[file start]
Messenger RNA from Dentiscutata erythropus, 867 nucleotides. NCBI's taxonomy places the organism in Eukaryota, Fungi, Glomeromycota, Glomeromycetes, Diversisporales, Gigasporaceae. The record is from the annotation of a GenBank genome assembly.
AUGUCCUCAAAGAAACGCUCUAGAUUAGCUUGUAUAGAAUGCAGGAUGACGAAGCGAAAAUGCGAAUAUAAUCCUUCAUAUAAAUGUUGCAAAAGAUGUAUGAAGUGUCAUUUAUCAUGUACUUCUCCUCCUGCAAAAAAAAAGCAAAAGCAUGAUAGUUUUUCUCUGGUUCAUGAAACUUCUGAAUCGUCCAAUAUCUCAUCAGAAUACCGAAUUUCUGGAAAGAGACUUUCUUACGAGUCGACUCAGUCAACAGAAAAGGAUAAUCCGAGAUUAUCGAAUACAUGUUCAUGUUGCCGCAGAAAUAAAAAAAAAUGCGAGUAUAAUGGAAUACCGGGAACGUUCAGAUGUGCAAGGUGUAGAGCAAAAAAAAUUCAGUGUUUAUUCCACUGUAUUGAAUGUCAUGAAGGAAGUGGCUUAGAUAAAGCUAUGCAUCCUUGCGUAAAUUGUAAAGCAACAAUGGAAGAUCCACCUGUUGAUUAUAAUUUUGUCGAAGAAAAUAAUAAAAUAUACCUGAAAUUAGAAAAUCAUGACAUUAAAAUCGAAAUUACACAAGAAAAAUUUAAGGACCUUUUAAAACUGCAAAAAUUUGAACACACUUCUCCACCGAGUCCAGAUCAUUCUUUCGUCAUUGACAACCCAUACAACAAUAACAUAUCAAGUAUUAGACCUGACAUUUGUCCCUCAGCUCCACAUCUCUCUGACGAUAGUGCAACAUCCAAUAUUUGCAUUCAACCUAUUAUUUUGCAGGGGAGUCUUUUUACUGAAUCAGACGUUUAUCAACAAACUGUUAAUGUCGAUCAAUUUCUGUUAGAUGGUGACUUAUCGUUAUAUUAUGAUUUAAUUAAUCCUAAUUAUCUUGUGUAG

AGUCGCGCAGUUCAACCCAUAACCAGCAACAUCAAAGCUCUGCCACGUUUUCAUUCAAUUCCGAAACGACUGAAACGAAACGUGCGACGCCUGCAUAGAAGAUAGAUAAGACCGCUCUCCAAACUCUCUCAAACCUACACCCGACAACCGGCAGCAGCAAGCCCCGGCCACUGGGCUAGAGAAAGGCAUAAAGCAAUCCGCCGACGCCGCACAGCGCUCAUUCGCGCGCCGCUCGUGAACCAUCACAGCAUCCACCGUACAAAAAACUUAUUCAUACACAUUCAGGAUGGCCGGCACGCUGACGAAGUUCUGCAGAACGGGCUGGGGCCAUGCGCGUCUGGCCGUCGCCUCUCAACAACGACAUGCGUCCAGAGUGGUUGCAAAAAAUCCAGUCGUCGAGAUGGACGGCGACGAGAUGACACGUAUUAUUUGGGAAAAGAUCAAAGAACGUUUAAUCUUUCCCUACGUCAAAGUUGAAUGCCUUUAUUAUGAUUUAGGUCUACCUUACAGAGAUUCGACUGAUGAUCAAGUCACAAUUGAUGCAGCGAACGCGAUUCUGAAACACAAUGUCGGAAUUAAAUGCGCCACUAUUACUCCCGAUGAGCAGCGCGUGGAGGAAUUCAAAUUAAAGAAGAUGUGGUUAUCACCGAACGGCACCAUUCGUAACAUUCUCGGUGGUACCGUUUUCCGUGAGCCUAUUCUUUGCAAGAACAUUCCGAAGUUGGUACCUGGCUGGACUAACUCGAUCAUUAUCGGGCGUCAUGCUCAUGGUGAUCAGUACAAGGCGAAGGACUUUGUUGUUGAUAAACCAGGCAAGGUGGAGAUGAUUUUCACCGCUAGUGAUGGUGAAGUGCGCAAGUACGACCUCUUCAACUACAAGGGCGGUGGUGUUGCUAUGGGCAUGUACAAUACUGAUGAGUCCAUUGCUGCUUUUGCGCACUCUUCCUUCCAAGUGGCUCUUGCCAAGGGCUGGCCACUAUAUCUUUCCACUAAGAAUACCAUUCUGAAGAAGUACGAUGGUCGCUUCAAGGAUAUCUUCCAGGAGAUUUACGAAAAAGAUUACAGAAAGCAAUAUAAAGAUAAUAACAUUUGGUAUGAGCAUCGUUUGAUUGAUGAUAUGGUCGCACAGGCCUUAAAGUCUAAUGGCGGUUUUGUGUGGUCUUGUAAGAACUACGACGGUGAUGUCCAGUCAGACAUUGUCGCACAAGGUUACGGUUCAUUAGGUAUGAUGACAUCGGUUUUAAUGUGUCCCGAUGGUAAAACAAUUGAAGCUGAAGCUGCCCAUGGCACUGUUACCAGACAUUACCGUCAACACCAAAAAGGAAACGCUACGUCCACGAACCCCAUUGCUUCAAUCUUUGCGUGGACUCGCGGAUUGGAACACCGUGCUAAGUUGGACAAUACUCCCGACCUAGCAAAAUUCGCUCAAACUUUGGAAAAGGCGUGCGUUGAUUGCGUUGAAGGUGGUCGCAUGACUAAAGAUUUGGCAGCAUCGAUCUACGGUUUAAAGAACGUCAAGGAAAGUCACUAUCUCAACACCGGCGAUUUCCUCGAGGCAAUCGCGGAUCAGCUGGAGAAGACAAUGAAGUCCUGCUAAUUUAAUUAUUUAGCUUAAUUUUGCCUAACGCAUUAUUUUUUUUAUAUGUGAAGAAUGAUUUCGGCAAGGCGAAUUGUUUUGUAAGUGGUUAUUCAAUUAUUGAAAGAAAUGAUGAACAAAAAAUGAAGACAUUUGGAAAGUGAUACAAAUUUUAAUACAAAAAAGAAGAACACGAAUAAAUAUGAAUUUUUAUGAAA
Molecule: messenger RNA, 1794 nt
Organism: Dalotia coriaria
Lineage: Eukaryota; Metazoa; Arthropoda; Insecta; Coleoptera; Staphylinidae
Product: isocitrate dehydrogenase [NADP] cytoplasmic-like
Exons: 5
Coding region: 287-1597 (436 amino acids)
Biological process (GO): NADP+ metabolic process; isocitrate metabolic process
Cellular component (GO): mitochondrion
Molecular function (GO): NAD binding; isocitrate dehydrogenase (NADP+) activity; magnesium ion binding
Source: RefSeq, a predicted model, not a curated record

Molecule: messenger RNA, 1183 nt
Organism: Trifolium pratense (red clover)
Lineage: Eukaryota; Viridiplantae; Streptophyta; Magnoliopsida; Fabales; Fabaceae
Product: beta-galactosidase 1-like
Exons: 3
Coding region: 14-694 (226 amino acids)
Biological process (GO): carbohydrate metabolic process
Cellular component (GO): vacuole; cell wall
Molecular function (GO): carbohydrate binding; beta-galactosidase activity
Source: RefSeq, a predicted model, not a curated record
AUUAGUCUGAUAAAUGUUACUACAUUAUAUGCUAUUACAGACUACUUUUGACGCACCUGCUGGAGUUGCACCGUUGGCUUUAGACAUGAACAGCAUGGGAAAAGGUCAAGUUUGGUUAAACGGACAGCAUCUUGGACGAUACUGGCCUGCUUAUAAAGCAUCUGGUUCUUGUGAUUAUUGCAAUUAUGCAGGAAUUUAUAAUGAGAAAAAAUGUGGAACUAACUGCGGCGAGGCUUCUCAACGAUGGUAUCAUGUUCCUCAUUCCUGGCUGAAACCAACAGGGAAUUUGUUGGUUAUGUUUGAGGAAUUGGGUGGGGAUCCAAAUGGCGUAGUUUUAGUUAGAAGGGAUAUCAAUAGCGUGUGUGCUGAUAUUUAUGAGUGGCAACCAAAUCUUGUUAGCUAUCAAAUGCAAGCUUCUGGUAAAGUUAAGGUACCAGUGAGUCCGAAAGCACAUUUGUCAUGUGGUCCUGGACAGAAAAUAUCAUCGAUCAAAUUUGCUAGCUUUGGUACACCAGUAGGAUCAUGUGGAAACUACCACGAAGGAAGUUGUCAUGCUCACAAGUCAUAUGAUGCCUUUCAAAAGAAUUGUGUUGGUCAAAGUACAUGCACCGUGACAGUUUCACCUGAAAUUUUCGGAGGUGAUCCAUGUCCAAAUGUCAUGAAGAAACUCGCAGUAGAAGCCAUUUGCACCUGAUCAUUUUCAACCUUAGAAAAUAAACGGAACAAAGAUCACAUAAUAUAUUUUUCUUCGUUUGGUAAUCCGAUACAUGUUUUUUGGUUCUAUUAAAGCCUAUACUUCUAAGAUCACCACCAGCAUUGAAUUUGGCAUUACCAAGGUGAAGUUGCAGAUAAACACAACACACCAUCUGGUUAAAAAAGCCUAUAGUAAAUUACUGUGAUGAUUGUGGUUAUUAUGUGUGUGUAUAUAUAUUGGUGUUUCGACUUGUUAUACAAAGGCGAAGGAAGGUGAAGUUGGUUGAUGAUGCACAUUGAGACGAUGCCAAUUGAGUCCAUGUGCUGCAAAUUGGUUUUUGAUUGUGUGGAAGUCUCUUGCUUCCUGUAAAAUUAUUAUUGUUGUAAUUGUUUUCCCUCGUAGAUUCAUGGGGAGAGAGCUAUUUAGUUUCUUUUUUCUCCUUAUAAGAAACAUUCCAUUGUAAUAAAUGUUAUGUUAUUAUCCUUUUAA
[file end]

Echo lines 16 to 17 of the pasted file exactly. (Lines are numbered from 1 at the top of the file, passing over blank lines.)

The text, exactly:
Lineage: Eukaryota; Viridiplantae; Streptophyta; Magnoliopsida; Fabales; Fabaceae
Product: beta-galactosidase 1-like